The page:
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The clever cryptography behind Apple’s “Find My” feature (wired.com)
357 points by nnx on June 8, 2019 | hide | past | favorite | 117 comments

Short summary:

1. At setup, Find My generates private key shared to all your Apple devices.

2. The private key generates a perpetual sequence of public keys. These change (iterates to the next) "frequently".

3. The rotating public key is shared accross all (including other people's) Apple devices via Bluetooth and can even do this when it's off.

4. The shared scheme pings to Apple's central system and uploads A. hashes of the public keys in the area and B. the location.

5. When you try to find a device you send your hashed public key to Apples server and they return the last picked up location (encrypted). (You thus need at least 2 Apple devices, one to find the other. Also, they don't say how the previously iterated public keys are remembered.)

This seems very very impressive. But I have so many questions still. The most important one being, there has to be a way to reset these tracking keys for cases like

- Resell

- Loss of a companion device that was never found and it took the private keys with it

- Got a new companion device

How do I reset the keys and how do I make sure a theif can't reset these?

If it is the same as with the Existing Find My Phone

1. Resell - you turn off 'Find My' on your phone and sign out of iCloud then wipe the device

2. Loss - Go into iCloud and mark the device as lost. Not sure what this means for finding other devices

3. New companion device - sign it into iCloud.

I'm guessing that if you log into the device with your apple id you can reset the private keys, otherwise not?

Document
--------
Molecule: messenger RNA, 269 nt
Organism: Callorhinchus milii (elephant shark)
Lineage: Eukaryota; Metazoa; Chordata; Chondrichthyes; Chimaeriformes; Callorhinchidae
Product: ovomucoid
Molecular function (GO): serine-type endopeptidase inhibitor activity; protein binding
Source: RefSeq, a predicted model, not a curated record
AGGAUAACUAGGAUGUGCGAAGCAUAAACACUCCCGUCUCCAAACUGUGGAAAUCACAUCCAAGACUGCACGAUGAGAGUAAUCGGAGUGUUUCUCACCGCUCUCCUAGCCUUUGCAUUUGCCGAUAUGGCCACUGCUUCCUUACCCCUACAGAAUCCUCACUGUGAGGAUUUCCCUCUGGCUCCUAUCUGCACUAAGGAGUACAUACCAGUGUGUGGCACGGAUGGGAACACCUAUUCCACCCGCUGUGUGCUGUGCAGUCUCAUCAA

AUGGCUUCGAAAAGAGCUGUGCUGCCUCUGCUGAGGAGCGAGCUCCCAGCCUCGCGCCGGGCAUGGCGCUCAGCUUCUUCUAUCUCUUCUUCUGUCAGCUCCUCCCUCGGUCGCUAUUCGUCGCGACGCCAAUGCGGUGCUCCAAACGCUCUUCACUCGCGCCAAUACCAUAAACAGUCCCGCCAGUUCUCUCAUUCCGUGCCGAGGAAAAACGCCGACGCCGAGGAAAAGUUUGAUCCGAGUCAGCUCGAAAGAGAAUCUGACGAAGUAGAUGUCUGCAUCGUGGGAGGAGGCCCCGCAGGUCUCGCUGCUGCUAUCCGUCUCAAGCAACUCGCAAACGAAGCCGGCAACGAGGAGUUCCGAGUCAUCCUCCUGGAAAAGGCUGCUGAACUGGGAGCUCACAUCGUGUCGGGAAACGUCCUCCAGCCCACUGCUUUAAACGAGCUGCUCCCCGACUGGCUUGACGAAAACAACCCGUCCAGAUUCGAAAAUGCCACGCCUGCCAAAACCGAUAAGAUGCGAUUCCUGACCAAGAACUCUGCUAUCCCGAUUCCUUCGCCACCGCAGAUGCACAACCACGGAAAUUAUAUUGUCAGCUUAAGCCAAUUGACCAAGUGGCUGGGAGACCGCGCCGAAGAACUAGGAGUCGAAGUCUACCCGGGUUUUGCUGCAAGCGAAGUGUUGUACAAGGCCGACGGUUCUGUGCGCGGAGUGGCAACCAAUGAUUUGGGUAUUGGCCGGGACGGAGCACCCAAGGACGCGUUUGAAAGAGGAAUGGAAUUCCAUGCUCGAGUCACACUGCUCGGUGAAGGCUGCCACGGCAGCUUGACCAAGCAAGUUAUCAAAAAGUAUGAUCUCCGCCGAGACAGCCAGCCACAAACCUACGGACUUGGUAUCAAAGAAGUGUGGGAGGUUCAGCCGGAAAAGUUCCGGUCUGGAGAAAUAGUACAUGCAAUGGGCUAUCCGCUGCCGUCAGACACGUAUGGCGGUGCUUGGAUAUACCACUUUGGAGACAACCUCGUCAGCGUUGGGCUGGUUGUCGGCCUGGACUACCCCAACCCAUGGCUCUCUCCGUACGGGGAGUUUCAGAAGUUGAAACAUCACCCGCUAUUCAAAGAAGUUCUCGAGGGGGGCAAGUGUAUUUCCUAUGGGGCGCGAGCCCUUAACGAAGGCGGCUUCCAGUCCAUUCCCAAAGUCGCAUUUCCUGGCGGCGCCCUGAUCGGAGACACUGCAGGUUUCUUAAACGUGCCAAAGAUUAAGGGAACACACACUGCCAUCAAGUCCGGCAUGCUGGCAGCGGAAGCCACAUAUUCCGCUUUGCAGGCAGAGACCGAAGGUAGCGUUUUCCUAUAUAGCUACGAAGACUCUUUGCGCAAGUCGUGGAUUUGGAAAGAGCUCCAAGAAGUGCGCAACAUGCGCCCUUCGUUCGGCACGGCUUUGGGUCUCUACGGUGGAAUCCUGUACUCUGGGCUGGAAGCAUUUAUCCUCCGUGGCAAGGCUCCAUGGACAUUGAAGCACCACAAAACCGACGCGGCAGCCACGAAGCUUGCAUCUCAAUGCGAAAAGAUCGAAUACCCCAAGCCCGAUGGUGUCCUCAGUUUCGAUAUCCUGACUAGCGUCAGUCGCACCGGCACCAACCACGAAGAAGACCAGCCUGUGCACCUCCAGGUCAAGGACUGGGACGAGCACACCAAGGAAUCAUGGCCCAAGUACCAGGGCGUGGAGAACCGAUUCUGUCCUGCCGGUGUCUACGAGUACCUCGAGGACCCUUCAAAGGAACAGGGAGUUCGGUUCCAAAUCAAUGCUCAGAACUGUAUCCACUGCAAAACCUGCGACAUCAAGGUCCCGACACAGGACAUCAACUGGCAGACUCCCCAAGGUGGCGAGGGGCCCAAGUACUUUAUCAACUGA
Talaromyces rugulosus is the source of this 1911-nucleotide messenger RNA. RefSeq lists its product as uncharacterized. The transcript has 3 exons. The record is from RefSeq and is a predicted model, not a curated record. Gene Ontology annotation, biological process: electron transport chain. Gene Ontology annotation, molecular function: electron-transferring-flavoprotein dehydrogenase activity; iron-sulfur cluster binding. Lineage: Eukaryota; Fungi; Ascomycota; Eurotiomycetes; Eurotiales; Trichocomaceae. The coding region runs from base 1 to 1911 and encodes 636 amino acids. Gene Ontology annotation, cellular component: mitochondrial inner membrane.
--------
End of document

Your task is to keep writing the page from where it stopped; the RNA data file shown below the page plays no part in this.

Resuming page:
It feels like that can be exploited in some ways. As a first thought it reduces the privacy of the reporting 3rd party phone. I.e. I can leave a fully charged phone in my wife’s car and track her for weeks while she will have the burden to recharge her phone for network/gps power.

A regular gps tracker would need much more energy.

Edit: another scenario, leave it in an isolated hut. If I get a signal, someone is close to the hut.

Edit 2: if I piggy back the protocol and can manipulate the key schedule (chose key A or B) then I can leak one bit of information through the third party phone. The third party phone may be allowed to communicate while my sender isn’t.

Another scenario, leave it in an isolated hut. If I get a signal, someone is close to the hut.

You could do that already with a device, just by making an app that listens for Bluetooth or WiFi traffic. You’d also be able to grab MAC addresses of the nearby phones. Your ‘exploit’ isn’t revealing any more than you can already discover today.

Except in the case of Find My you don't need any connectivity in the hut whatsoever.

If you build your own BT or WiFi sniffer, you won't be able to piggyback on someone else's internet connectivity.

If there’s internet connectivity, and you’re sophisticated enough to be planning Find My iPhone based booby traps, firing off a text message from a contained detector shouldn’t be a challenge

Anecdotally: a friend of mine left his iPad in his wife’s car. When looking for through Find My iPhone, he realized that she’s at her ex-boyfriend’s place. He is married happily to another wife now...

> I can leave a fully charged phone in my wife’s car and track her for weeks

You could do the same thing with a regular phone with an app that uses GPS. Just attach a powerbank if you're concerned about the power.

Places like shopping malls use just your devices hardware ids to track your movements.

To me just the fact that these things are on when you ask for them to be off is problematic.

iOS does shuffle the MAC address in order to prevent this, doesn't it?

Yes, on top of this, applications don’t have access to a devices MAC address through CoreBluetooth, so they can’t fingerprint a device.